Hope Star from Hope, Arkansas on July 12, 1952 · Page 11
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Hope Star from Hope, Arkansas · Page 11

Hope, Arkansas
Issue Date:
Saturday, July 12, 1952
Page 11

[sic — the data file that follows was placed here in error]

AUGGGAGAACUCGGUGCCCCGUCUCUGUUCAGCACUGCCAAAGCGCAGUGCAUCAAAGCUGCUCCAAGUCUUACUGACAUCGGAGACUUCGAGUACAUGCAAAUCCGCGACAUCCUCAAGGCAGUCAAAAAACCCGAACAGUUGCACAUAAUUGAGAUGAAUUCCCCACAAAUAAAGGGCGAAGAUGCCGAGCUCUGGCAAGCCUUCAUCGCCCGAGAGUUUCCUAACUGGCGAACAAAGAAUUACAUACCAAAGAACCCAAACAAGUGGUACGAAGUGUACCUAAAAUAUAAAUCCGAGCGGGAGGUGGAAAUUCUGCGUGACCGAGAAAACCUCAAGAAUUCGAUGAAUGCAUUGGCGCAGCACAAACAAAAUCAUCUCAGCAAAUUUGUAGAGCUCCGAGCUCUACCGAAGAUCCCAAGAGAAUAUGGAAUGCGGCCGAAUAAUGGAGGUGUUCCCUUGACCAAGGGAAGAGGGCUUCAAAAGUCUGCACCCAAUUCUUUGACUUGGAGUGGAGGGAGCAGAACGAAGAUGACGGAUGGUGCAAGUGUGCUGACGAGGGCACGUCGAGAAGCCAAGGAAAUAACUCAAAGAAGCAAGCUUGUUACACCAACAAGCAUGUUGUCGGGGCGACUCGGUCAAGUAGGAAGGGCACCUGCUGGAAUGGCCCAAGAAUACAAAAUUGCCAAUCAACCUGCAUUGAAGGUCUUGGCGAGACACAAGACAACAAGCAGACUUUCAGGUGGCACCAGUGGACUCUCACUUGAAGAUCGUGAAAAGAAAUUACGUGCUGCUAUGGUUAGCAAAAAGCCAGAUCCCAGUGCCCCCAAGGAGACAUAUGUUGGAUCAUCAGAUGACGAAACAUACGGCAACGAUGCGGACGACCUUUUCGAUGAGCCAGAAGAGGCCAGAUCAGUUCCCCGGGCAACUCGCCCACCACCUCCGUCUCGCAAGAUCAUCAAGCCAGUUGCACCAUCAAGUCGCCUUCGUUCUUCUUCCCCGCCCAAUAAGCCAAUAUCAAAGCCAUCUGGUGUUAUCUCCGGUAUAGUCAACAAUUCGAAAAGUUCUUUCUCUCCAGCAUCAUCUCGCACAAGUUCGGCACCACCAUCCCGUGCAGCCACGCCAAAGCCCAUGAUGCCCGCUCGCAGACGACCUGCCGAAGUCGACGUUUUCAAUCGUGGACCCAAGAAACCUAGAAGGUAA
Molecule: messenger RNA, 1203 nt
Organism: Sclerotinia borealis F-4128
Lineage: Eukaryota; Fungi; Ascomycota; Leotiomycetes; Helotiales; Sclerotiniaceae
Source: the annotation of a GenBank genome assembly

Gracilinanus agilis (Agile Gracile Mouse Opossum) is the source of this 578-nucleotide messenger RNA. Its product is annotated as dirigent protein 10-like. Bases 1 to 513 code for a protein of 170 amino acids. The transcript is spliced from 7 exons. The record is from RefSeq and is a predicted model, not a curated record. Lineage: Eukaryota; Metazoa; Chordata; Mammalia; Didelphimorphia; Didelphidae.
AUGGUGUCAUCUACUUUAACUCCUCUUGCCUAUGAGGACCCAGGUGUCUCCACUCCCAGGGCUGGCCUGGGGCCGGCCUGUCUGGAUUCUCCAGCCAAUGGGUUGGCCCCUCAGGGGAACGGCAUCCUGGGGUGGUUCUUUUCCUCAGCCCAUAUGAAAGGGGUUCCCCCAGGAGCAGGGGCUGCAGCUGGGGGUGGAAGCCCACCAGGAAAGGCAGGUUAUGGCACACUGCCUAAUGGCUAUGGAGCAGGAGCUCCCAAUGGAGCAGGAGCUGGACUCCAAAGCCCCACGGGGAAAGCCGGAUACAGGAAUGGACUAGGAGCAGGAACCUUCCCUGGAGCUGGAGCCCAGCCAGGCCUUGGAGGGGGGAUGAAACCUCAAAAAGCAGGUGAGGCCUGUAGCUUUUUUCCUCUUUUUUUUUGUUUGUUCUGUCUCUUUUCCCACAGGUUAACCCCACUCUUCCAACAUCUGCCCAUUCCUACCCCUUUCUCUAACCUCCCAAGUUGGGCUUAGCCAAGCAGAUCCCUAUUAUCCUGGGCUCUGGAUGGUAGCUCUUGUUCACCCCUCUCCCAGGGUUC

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Tffra MOM I a* witf MfoH. 0. hffftm atef, ,,, Circle I Wilt ' ? L, C, Bflrne* of DeKolb, Mrk, Kvelyn Mcdco, and {f Kny, fif Ifftokn, Vma», nnd Mr. nMd Mr*. W, 8. KMd of W.'». Anna Jndwt) hod «« J«*t \-pck end her Bi-nndrfmi«hu«r, Mw, K'fly C, Adam* find bnby of ^ i i nf of MM, !51mor M, m t will bo lttck »U(iper will f**fc4«r SclKX.1 Int Boptut Cluifch Mf/r, Anna Judnon will leavp wnmy for n 2 work* vorntton With rolfl(lvc» nnd frlendi In Mn|and J6m<ir*on. 3 Millions £rom *•§• OM ftt ml* e«iir*i» on the Mwnn-Awirn n»»<f ffWIWfty 71, Reynold* and William »H*JUI« Rock, $ai8,«H, <rAP> County, 2.1 mil«» of «rnd drolhago *|ructure«, «r»vp and bituminous *wrf«tc rour* Ofi the nenton-Alcon plant road »flghwny B8, J), n. Mill Co,, Milt Hock, Wfl,4B7. (PAP), Clurk Cminty, 4,«. mllM of grael m* nnrt concrete pavement on tht Cuptl«.N«rlh rond, Hl«hway 87, T Jnmcii nnd Co,, Inc., ttuilnn Hospital Notes Ch»iUr Admitted: Mr», C, 3, Wright, Order of«f3p- "ay, July M T(»M« M»'r, OJJfj MJller will Mope, , n«. MM. John Vbeom, Hope. Mr«, j{o/»o, Mm. Cfltrll B:<J. Mr#, Cnrroll Vocom, ! Bob nichord 8t«ed, JEmm»t, M?*, f|0ribAl Tsylor, Hope Jimmy W«!u»«% ! Mr», C. 0. Coolny, Hope, Brunch Attmltteds MM. R, A, MeKomlo, 9:90 t Ion r Ant) Uooro of liopo ttrtt and from M)i*l«»l/)iil AdmJttod: Mrs, J, J, Tiyorn, j r , , Mr*, Clyde Coffqo, of J3l*ehor«e<l! MM. W, «, Alllion Jlmw, Jimmy W«Uer», HAD«, ,1. nypr», lh« «r. Mr, a»id Mr*. Jr., Waiihlngtort, flVBl ot n gon, T«ll,88. Mr. and Mrs. Ounnon M»y, ljor>« flnn<HW<w,Uw nrrlvttl of n dauahu»r Boyle Continued trow fua From no>v on ~ win or In NoVwnlwr life. they will hnvo I thtniHht thera won n llttlo sad- IH»*« In hln couiiU'ttanco wlu«n hlw fiunotiN jjiin reliiwd, n« If ho ronl- lued ihni he HOW In willy u kind of prison^ of tho people lu> Is cum- »8l«ttln« to 801-vc, Them will bo little l«'lv««y froni thin day In thn )ife of Jlce $md Mnwla. Somehow, Tr«Ul» Mtte, Just Van Huron County, 3,8 mll«» o grading, rtrnlnnsp structure* crushed atone bout* nnd bituminous •urface cmiw and one brMue on ihf Center nidge-North rond, High wny, 0, Mode anil McCrneken o Cnnwny, |l«,704. (FAPi. firnrcy County, R.3 mile* ot «rnd ing, drnlnngu structure*, flexible bfldo and tiltumlnoiu nurfuco cmirm- on the Mnrfthnll-Hiirrlet rood, High wny 27, fell Viuitflmn, North Little Rock. |U3,073, (FAI>). Dhnrp County, fl.3 mile* of grnd ii)B, drnlntiKt- ctructure*, crunhet •tout* bn»0 cournc on the Hardy Wllllford rood, Highway 03, South ea»t Connlructlon Company, Pino Hluff, 1174,034, Columbia County, 0,8 irtllos of griivul bane and bituminous nurfncc treatment on the Mnc«donla-Ma«. nulla roiid, Jll«hwiiy H), Hcynolds and Wlllliim*, »«0,lflfl, C'MIWII> County, two miles ot lO'uvt'l ba*« and uliuminoun our- frtco cotirac on Junction No, U-South roiid, Hltchwoy Mil, four Bros., Inc of Swcot Home. *23,l«8. Ferry County, 4.5 miles of bltuml nous nurfnto .treatment on tho PerryvllU* - Aplln rood, Highway 00, 13, !•'. JoriPK Co., Little ( Rock, S30.4W. County, 10.15 miles ol drnfnii(t<> strueturon ami (travel bngo cmirm* on tho St. Pout WiUrr rniul, Highway n, HAtm 'riiorniun, Inc., Lct'ilo,- Ala,, $191,' 301. Clny County, n.n mllfig of Niiui'Uiri'N tind on tlic Rcc(or-Boyd«> vlllc rond, Highway 00, MlanlttHipp VnlU'y Contracting Company, I'sru . , , inn the iwo of them slttlrtK there nle« a Ufa we have ourtiolvea, Mfoqd(U[1U) Jt to to be unknown Double Feature ill Ml, • Cartoon Cliiy ('winty, 1.1. 1 mlleu of jsriul- inii, iluilnuiii) (itiucturi's, j;ravL'l UUHC rutir»(< nncl 8cvi»n brldKo.i llit- CornliiH Jiinclion-l'dlliirt! road, HlKliwi.y 02, 1), II. Hill Co., l.lUle Wouk mid K, M, Dion of Witrron, Mem nn« ntul Leo Cotintlefl, 1.1,4 of t(rncllii[(, drniimec struc Hi'iivt'l bdsc course nntl six on the Monroe • Ka*l and Went roud, lll«hwny 30. Clark • Fnrrcll Co., Brlnkloy. $S74,410. WwMlruff County, 9.2 mllos of dnilnngo structuri'tt mul suifaco t-oui-si- on the Cotton Plant • North rond Highway 17, Bueton ConBtructlon Cojppuriy Hunen, $114,881. ffef 1 Coumy. 2,3 mlloN af sflr on Hayuti Street (Little from Murkhum Street to tho Jitnctlon of Highway 70. Ben M. liojtiui Co., of Little «ock, $10- 8th Secret Session in Truce Parley MUNSAN, KORKA, UA-Nego- tltttors held 'their eighth secret Kusjion today In « futile effort to on n Korean truce, No Information wn» released on what i»ro«re»n, if any, wax made during tho JUJ-mliuUu meeting at Panmunjam, Ajnuthur aesaton was sot for 11 a.m. tomorrow"!) p.m., United Nations and Communist dolt-nates ntfrtsetl .on a news block- out sliiht eays njio In an effort to the romulnlnti Issue block- an nrmlstico — prlsunor ex- A Pulping Communist radio braadcait ««ld the Reds will continue to insist on forced return of nil their Chinese and North Korean prisoner* in Allied utockurles, The It's Been Incredible Week for Republicans, Down-Hill One for Candidate Bob Toft By JAME8 CHICAGO *-fl« HcpuUllcnn. clo«<*ft out an nlmo«t Incredible "* ° f „ A ,.,„ . i .i!""'^ °' ni? n'nK their guns. Which won nil down-hlll for| with whatever ammunition they Sen. Taft, when they bc«nn ballot-! had, directly ot Eisenhower who Ing to<lny on n presidential con- wan tht' chief nntnRfinlst although dlflotc, |J.t tho snme time a national hero, •*Thcy fitme hero for irm usual! tried to undercut htm routine of po»rln» fury on the Dflm-;«' l) " f iuely. ocrat*. They wound up heaping! Thc y bejfan attacks on Oov acorn and an«er on each other i Dcwey, one of Elsenhower's chief from the moment the convention supporters and brnlntruster*. Hnv- '"« hee " called ruthless trl(!fl lo them- opencd Monday. And almost unbelievably, the two m«ln eandldotes— Tnfl and! cnar(! ". " acl< on lho Elsenhower flen. Eluenhowr-r-wore obncurwl i by IMMH and event* Inntead of I, n-malnlng ahnrp focal points for j the convention to choose between. For thl* wi/ek Tuft'ii whole life hod beon a prnpnrhtlori. He must have nt-hed for the White House, where he lived im a boy when his father wan prexldent. because this wan his third try for the nomination In 12 years. He rnustt have entablfxhod an American record for trying — in mll»n traveled and spcochcn mode So, if desire nnd energy could «unr fintco a rnnn lho nomination, Taftj Khhulti hnvo had it before the convention. In fnct, hp clnlmud ho did, n by uftlnjg It ngoinftt Dowoy, I'.- yesterday Tuft hcadciuar- put out n single sheet, newspaper «i/.c, which wns dislriUuled cimonR tho delegates on the eve u( tho ballotinx. "Sink Dewcy," tho headline said. ThU was a follow-up of what happened Wednesday night when Sen. Uirkscn of Illinois, one of Tuft's chief admirers, attacked Dewey personally on the convention floor, trying to ridicule MOD for twlc . . - - Sidelights on the Convention By ED CREAOH CHICAGO i-B — Flngus McPlug, v.-cll-knowri pdlltical expert, loaned back nnd k»i himself be Interviewed todny. Subject The- Republican National Convention. Scene: The back room of a Mnd- l«on Street ice crenm parlor. Lights? AiHIon? Camera? Q. Mr, McPlug, what Is your opinion of the recent national convention, held In your fair city of Chicago, to nominate perhaps the next President of States? A. Brrrllllpppph. the United Q. .Surely ynu mo not, perhaps, partisan, Mr. McPlug ? A. Paitisan? Partisan? Heck, no! I'm ,1 Democrat! Q. Do you think, Mr .McPkiR, that there is any sifinificance- A. Heh? How's 'at? Q. I mean, the Democrats and f "^'"Ci *»^ » nvt«t, i.) 11 j ill |^| , . _ — ....., i«i ivt ice wining the Republican'!,,' Rtl P llljll <-'ans are both meetiiiR -•ntiol nomination but losing! * yi>ar "' lho c --h'cago stockyards. Is it your opinion that this presidential in the elections. eon ml ,„„,. , h M vii .1 • ^ P th ° NcW York dek-KBtlon with its 9(1 members, liiruest in the convention, had been a galling sore point with the where the perchance, will influence, it may be. th? outcome of the election? A. You mean whndda I think? Q. Yers. I m-jan, yes. camp nccuiicd thorn of »tenlln« delegates Thin became the great moral issue of lho campaign. Without It.t uppcartmcu, Tnfi might have sailed through to tho nomination. But it ibmirtHl the primary point of the contest: Which of tho two mon. Taft or .„, n<1 , u MHvnhoWur, was pergonolly better nn difficulty in reUiti. Kijfonhowcr. meant Arkansas Continued From Page One least one appearance in the state. Townsend also said he expects l)e "' t>sW « llc y 7 senhowor people made the most of the tonne, wrapping up morality with the future of the party. And when the convention assembled and paused on the Southern dlnpute, Tuft suffered smashing defeats. All weuk the convention was Involved with the question of Southern delegates instead of with tho candidates. As defeats piled up on them on the convention floor and they be- tan to realize- Taft might oncu i(;aln come off second best, his 'leiitennntK began using tactics? ns between El- Kisenhowei- and the Arkansas Ro' ' publican organization, despite tht fact thQt it was leaders of that organization that kejit the Tuft majority of the duluKation intact. Townsend, who is the state's national .commltteeman, said Eisen hower told him he would work with. nny reputable state organization.! a «»'nst cidtiblo - parkinR, the Rrcat- Q. Surely you do not moan lo MisKciit. Mr. McPlug, that all the ornoti-y which flowed through the International Livestock Exhibition Hfill in the past week, to the end of nominaUnK candidates for the presidency and the vice presidency, Is pure—ah—-malarkoy? A. Heh? IIeh? Q. I mean, could it have boon clone more easily? A. All I know is, it cased my favorite programs of television. Q. What do you think of tho nominee, Mr. McPlug? A. Nominee? I tell you, pn ] we sot in this ward the greatest American, tho greatest crus usader iind he assured the general that "we are very reputable." t.sl- DOROTHY DIX Son-ln-Law Trouble Dfar Mls« Dix: The old "moth- cr-iri-law" gags are probably based on sound facts — however, there are a few sons-in-law in my family who ought to grow up and lea^e my husband and myself alone. We would appreciate being allowed to raise our two children left at home without inttfrfVrence from our married daughters and their husbands. They are constantly dumping their children on us, Inviting themselves to dinner and landing on us, bag and baggage, with their friends and brothers in the middle of our vacation; If they would assist in the work InVolvWl by their visits and conduct themselves as human beings instead of sharp-tongued would be welcome. critics, they Q. No. no, Mr. MePiug. I moan Two Arkunsons were introduced 'jj. 0 nominee of the Republican Na lo the convention last ni«ht shortly I f"'nal Convention—Eisenhower. before tho delegates chos Jlichard Kiscnho Nixon of Callfoi-nin ' running mate. Sen. as .t.i.ti ,1 ,-n . — i " tiMiiwi-i « 11 iirtint! mate .vhlch the Elsenhower forces d t ..| Thoy wore Pmt C. Rommoll, Che TDK Cwrtiht. JI5I. to hlih UiMwin Cuih.,11 I _ IforiMiuji by Kuif Ftnutw Symikti.. V ayor of Little Rock , nnd Jeff Speck, tho party's can- {[overnor of Arkansas. PAUL ; thotight, When I r«aoh home I'll write and find out If Connle plant to be In New York at any time; and during thl8 summer 1 can go see her. In summer hui days were less crowded, many of hla parishoners away from the city. Yet the situation was not so •Imple, not a matter of timetables. He could never say to Uer, "1 have lo.ved you for a long time, I believe you love me. But I have not Raid ao because 1 doubted that love would be •ufflclent." Hla race grew hot. All right, put It another way. "Forgive me If I have felt that however much we loved I did not think you would understand -that my work comes first" He had believed Connie less Interested In the work than in his career ... two very different things In hla cose. This belief had been the core of doubt Yet in what terms had he thought— had he thought work and meant career? Try again. "Say, "I had reached Ihe conviction that marriage was not for me l" Wny | baritone iroar ovet. tho.thunder cf the falling waters was not unusual or hadn't been, until U. N. Against their will. to r&tum POW's Murry tw» rag* OM union shop issue w«« considered tht> chl»f stumWUm block now. The sjs^Vttttk strike now has idled close to l,2tKMXX> workers. to tfee 900,000 idle sleel tArly d ol allied wdusuics iiv vwwatchwl, io Uv* unnoticed Joy.«u IXwiin't a Wade of o»e tun a* North Star tbftt pwulu steer W«U, Hoovy, anyway right now as Jt«mesl«lt WUbur, P, S. Please send me money to ^»^f\ WU» I am tired of *nd ^aia to r^iu* hoane. And that waa what she would ask; and add, "What changed your mind?" Easy, If unsatisfactory, to reply. "A plane trips a few minutes, ten, twelve^ In which I did not know If I might or must die. They aay the man drowning recalls hta entire life, I did not aee the --ears rv« lived but those I might still live, with you." But ten or twelve minute*, they 4o !W>* altar » man tf the altar»Uon (4 not already there. Nor doe* *n hour «r * day wrenched violently fwro the pattern of hla hour* *nd ^ay* change him. un- leaa «omawhero to the pattern the thread (a already broken. We aay ol » woman that she becomes another person throught audden ex- perlanc*. ft la not Ukely. u l* more probabU that ahe h»a anticipated y»e experience, whither in fearing or In longing for It And then per* WUa tatMlt fc» change, Tt» feeart «» nulther broken nor mad« contrtt* M» the twinkling of " ha§ in aome measure made ready for mjian alteration*, the catalytic agenta, After* lonj Miue Paul slept, w ••ally, and wok* juat before dawn. The train h«4 halted a^d, raising tb4 ahado, ft* aaw ao «tau<m. j the past few months when she rarely heard her employer singing except In church. H^e had n good resonant, untrained voice. She liked to hear, him sing mornings. That day he was busy, mainly with plans for the church-house camp which would presently open, for which Hank Fanning had as Usual assiduously recruited volunteer workers. He called Jonathan and suggested dinner, aa Rhoda had left So Jonathan come around about six and was called away an hour later. He said he'd hoped for a holiday, saw none In sight. Ho aded, "You look a little fagged, too.' Paul fray a» waa ataf, AgaJUwt the »*y, a 4N*fc 4AM* M» fray, cr«cifwro. Re M a«rw*e crow, VOWH *** *"*"* *"* **<*<* ft* Mffet, ft *•» {9 him VglMhft 4*4 »^ for you, Paul. You rate one, "Maybe I'll take one." said _____ smiling, "I've been thinking about U recently. Bob could carry on, of course; It might be managed." "How extraordinary," said his brother, "aa you have never oven listened to reason before." fie added Idly that he had soon something In the paper, a short Item relative to a plane which had landed at Cleveland with an engine on fire. "See anything of It," he asked, "or wasn't It the day you got there?" "I was in It." Paul said. Jonathan jumped. "You weren't! ... 1 mean, for heaven's sake. Which was not what 1 might have said, I may add. You mean that?" "1 do. Very uncomfortable ten minutes," Jonathan said, "I gather you don't core to talk/ about U, but it's a good thing none of us knew." "You'd have worried, In retro- epect?" Inquired Paul. "That would take a bit of doing." "No wonder you look tired," said Jonathan, "thing like that leaves a mark whether or not you know it at the time." "I feel fine." aaid Paul. After Jonathan left he went to hla study and wrote to Connlo. He did not mention the plane episode other than that he had flown to Cleveland to conduct the services for Simon Adams and had returned by train. He aald he hoped ha could get away atd, if her mother would have him, spend a few days with them. "I miss you very much." ho eald. Tin going to try to te|i you how much. And not Juat aince you've been gone. Connie, but for a lory time. T^iat it baa been entirely »y fault la no consolation." B* atopped and sat with his pen to Ml hand. There waa no more to aay taqause «o much must be said. ft waant possible in a letter or many tellers. It had to be said, but not ap mucr in words, certainly not in written phrase* or sen- leneea. in the flexible language *feJH*d to express thought. Be- Gaua* U doesn't ready. The minute l»tt »*t l* down, the thought is «MT, M * while he *l«n*d th* Unu WWH« It, fin '"Nothing, nothing at all. It's a a letter from Paul." "What does It say?" "Just that he'll come see us If he can manage nnd we'll let him; nnd that he's been to Cleveland . . . Simon Adams died, you know." "Well, 1 didn't," said her mother, "and who's he?" "One of Paul's deacons. Excuse me a moment," she said and went from the breakfast tablo in precipitate haste, leaving the toast to wither In the toaster, the egg to congeal upon the plate. ."Well!" said Mortense Marshall, smiling n little, and heard Connie singing. He had said nothing; he had said everything. She did not stop to aslc, Why now, why not sooner, why not months before, why suddenly without warning? Her happiness was unreasoning and uncomplicated. When spring, long delayed, arrives you do not stop to Inquire, Why not sooner, what went wrong? Nor did she wait a fow days to write him, as well she might have waited. She sat down at once at the desk in her room and wrote. She saW she was glad to hear; and that of course he must come whenever possible. Just wire or telephone. And that, as she had been offered an agency Job In Philadelphia, she didn't expect to be In New York for n while. "The real Job doesn't begin until the first ot July, but I'm In and out of the office, learning the ropes," she wrote. "Once I'm at work, 1 can take a weekend off occasionally. Klsle begs me to come to Connecticut, and I may. Also, there's Grace's svedding — It has been postponed because her mother is quite ill but she hopes to be married the middle of next month." She, too, could write aa a child writes, from a full heart "I'll be so glad to, see you," she said again. "Lovingly, Connie." Paul preached at home, and once as a guest preacher on Long Island. The heat grew steadily more oppressive and all those who could escape U did so. It waa nearly July and he had not gone away nor had Connie been In town. Put they wrote each other frequently, and he telephoned her three times In two we*Ka, "No excuse," he said the first time, "everyone's fine, l Just wondered, bow do you like 'he new Job?" Not much aa yet She wasn't used to it; perhaps she had been spoiled. This was a big agency, you could paper the walls with the X rays of everyone's ulcers . . . "When are you coming here?" aha asked. "As soon as possible. If I don't get there before Grace'* wedding. " Our sons-in-law seem to forget they married our daughters, not the entire family. I have never visited our daughters but they have called upon me to act as practical nurse when their babies arrive, even though they are well able to hire a housekeeper or nurse at such a time. I feel that since my daughters have their own homes and families, they should leave us alone and allow us the same courtesies and privacies they extend their neighbors. They think nothing of inquiring into our financial affairs, yet would consider it an encroachment on their rights if we did the same to them. JULIA J. Answer: Your in-law trouble stems from an angle of this eternal problem that seldom presents difficulties. Most women get along very nicely with their sons-in-law — provided, of course, they are good husbands — and rarely have complaints. Actually, if one reads your loiter for facts, leaving out your own exasperations, il presents a pretty ideal picture of parent and in-law relationships. Their Attitude Healthy Most complaints from parents- in-law concern the fact that the older folks get too little attention. Grandma complains if daughter gets hired help to care for the children instead of bringing them home to mother. The fact that your daughters and their husbands feel so free to call upon you in emergencies, to descend upon you for dinner unexpectedly, and are sufficiently interested in your welfare to make inquiries a- bout various condition*, Is a beai-j thy sign, rather than the revets ably think you enjoy having titer around so much; in truth, it'll JO. out. Eastvold, Parson's Son From Tacoma, Wash., Made National Figure by Television's Eye By BARNEY L. LIVINGSTONE CHICAGO W)— Out of each nation,al political convention there usually emerges at least one fresh new personality. The Republican convention just ended was no exception. The people's choice for 19S2 — other than the candidates—seems to be a tall, skinny young lawyer from Tacoma, Wash., named Donald W. Eastvold, a parson's son. A political unknown except to the home folks, Ea.stvold at the age of 32 stopped into the national limelight this week as one of the promising young men around Gen. Dwight D. Eisenhower, the GOP nominee. Television screens gave a coast- to-coast audience a close-up view of the dark, serious young man who successfully led the bitter convention floor fight to seat the contested Eisenhower delegation from Georgia. Legion Contijiued rrom Page One lion for Departmental Judge Advocate H. C. Partlow of Blytheville "to make recommendations" t.o national Legion headquarters asking legal assistance for Pvt. Loy C. Cheney. Cheney was sentenred by an Army court martial in Korea to see you "Ot course. Unless her ,_ change, ifs 9 S*turday. I'm cooi. ing on Friday evening to stay with Ixer . . . Elsl« wants me to drfv* hack witjj -tar S«ur%y A. Ab, -you guys ain't got a chance 'with him. Q. No? -. A. Nah, You shoulda nominated that guy Ike. Q. Mr. McPlug, what do you think of the issue of corruption in government? A. Heh? Heh? Q. I mean, are you prepared to alter your methods of —ah—getting out the vote in the interests of good government in the campaign ahead? (Editor's Note: The interview was interrupted at this point. The juke box was playing: "There'll be no new tunes from this piano, this old piano of mine." (Mr. McPlug will be interviewed again at tho end of the Democratic National Convention.) Announcement We are happy to announce that W. C. "Dub" Davis is now with the CRESCENT DRUG and invite hi* mw *o«f»d* Saturday, Jn LOOK WHAT 'HAVE M3U.jftA)SV--TMlS A co6o THINS ' see EAT f HOSE CAR8OTS W£ HAO terf c»vtc? FPOM LUNCH The gravest crime of young men arc guilty, is, sure, thoughtlessness. They much happier feeling to be ovef burdened with attention than to* b Surely your children aren't- s obtuse that they can't be convince of your desire for more privacyl However, please don't Insist your rights to the extent that yo iy J. R. Willlomi OUT OUR WAY nswer to Previous Puizld hurt the young peoples' /eelirijj You will be the lo*er, In that ca,fe6 WHEEEE-' AAV >. / OH, I'VE *-N( VOU'P BETT6RA SIDE ALMOST WENT A [ HAP SOME \ KEEP QLJlET, I IM THI&TIME..' OME / \. 'n-\AT CLOStE/J BACk.THERE" » MORES IMCH AN'~1 BETCHA ANVYHIKkS SIDE IKJ FIRST.' ^ ^_ ^ MOTHIMd. OMtf WOOPI.UM*. I'M A" ' Be thankful for your children's co . y SH!5T THAN A PONT SOUNP OUT OP THAT fidence, for the happiness of ing your grandchildren near, an HORIZONTAL 1 Capital ot Idaho C Idaho is a Rpcky ., Mountain 1 Trying experience 3 Hell's is in this state 4 Tell «« 5 Compass 6 Malt drink 1 Poetry muse 9 Observe ((Fortification and'"« VERTICAL 1 Adriatic wind 2 Ukranian city 3 Unoccupied 4 Body of water 5 Diners 6 Non-Celtic 7. Powerful ^ > explosive 8 Affirmative votes *••• * 22 Bacchanals 9 Sound quality ^ cr V " VOLKS ANP I PLUS JWY FWBNCj 9ie> AL. for having the opportunity of be Ing part of their growing up. Dot ing grandparents are child's 1 heritage; don' deprive either the grandchlldrje • or yourselves of this privilege. Dear Dorothy Dix: After gotn with a boy for six months, w broke up recently because I 39 Flowers 40 Calf meat 41 Otherwise 42 Enthralled 43 Diminutive Of 27 Opera by Verdi 28 Whirl * 46 Type of fuel ] 29 Head (Fr.) , 47 Essential ' 31 Mnny arens In r- being Idaho are -——• 49 Age tended a dance club afler he ed me not to go. I still like Him 10 Grafted (her.) 23 Sapient 12 Acquire 24 Roman date knowledge 26 Verbal 13 Order ot marine < a lot and know he likes me. I'd never go to such but he is afraid to trust me. I'm > Stanley • 45 Girl's name T| ANNABELLE WASH TUBBS Answer: Since the place to which he objected has, apparently, an un- _ Clark"cr6ssed 18 Idaho was LOVfe FOR 'EM, AND CWl . 1 PUT MY SOUL INTO TH05B MISS DllBOie, FOR THE PPLieXr OF ALL MOT TO fcMU£& QNE COLLeCTORl pleasant reputation, he was orily rif Lta.M'»ieUR CA5IWCU6BEB - r " ' Idaho hi 1808 1 " Union looking after you 5 Master of Sernonfes you should have had sense enoiig to realize it. At 16 you can't bc too careful about the places you 6 Hops' kiln . 0 Roman poet 1 Empire 2 Mature 3 Misplace 4 Greek letter 5 Entrance Sediment frequent. One breath of scandal can cause damage that years ' of irreproachable living won't wipe Wait until his anger cools off and perhaps he'll give you an other chance. Dear Miss Dix: For.the last two Win Major Hoopla T.Horoughfare * OUR BOARDING »OUSE years I have supported my Cab.) Carpenter's 'tcfl • 9 Female ruff' l.Bitter vetch 4,Comniflnd 3 Mimic 8 Newest 0 Bridal paths 2 Bowling te^m (pi.) • 93 Beasts ot burden. 0?.£4, Heating i devices 55 Laminated rode band and ,two children on ye,? '2% ESAD, LB_A'MPSR f .YOU x •*-%( ARE A MEAM AM06 ? FLOAT TWE6&/I) 16 THE MO5E A TRIFUE^ ,| me u.«.A./r'D <M. LAESE? MO s/e pAiMieo you(s.Y':) -~~ X'LL HA'Je A •*•• PULL. FiSURe /'\ AMLLIOM OF "THE6& It WOULD \-{ MADE-—AMD TAK£ tOO MUCK ) I VMKEM I'M. ELECTED TOO MUCH r^. WOLVLL MOT HOVJ'6 THIS FOR A small wages. Now he has a g job and refuses to pay anything for our support. I'm 25, and have not been well. Answer: Your husband is bond by law to support his family.'/' If BOOTS AND HER BUDDIES •y Idflar Martin ho refuses, get in touch with ;the Family Court in your city, or c'on- ' sult the Legal Aid Society. Released by The Bell Syndicate, Inc. ' •rDlckTwMff CARNIVAL result, hundreds of telij- grams have poured in on Eastvo from people who seemed to lik what they saw. It caught Eastvold by complete uUGS BUNNY surprise. "I'm simply amazed," hij I'LL TAKB OPF TH' AN'«8I IT T' VA FBH! ELECT6T3? HO\M ABOUT A DIME KI6HT NOW VA'KNOW MV MOTTER... "A FAIR PBAL OR The reaction has caused veteran. TKAN^PORTATION BUMBR politicos to give this young lawyer . NO PBAU"/ I'UU of the Pacific Northwest By HerahtMrfer FUNNY BUSINESS Eisenhower strategists, however. already had tabbed him as a tough, man in a convention crap. picked him early to battle for delegates In the Convention Cre 1 - dentials Committee after watcblnk him stage a similar fight earlier at the Washington State GOP Coq- vention. They chose him again foV the big floor fight. Right now Eastvold's ambition to be attorney general ,of his state, a job he is seeking in the November elections. ALLEY POP 15 years for desertion. The Forres City soldier claimed that he was a prisoner of the Chinese Red! during the time he was charge ....BUT WHW3 WITH MV HEAD? OOOOl SOMETHING ABOUT 00MR DIZZY KIND . •OFCLOTHE0.,,THEN I qOTSLUGGBO.. .ANYWW T>« SET ME TO THO6E,,»i KADOOKUT'S HOO5ESOW/ with being a deserter. The convention ends ' tomorro The first scientific expedition t Spitsbergen occurred in 1773 an was made by the English. HOPE DRIVE-IN THIATRI 8. Main A Country Club rd. Saturday-— Double Feature listen to that mptor gr«wU"__ •y Golbroltli SIPE GLAMCIS around in circles^rypu make m« FRECKLES AND HIS FRIINPJ CHR|$ WELKIN PUinetee M1SERV UNCOMFIMCO WITWOUT 'aTRONONAICAL, Hir-r*R&PE/ sae&y, NOT EVEM A GUSS OF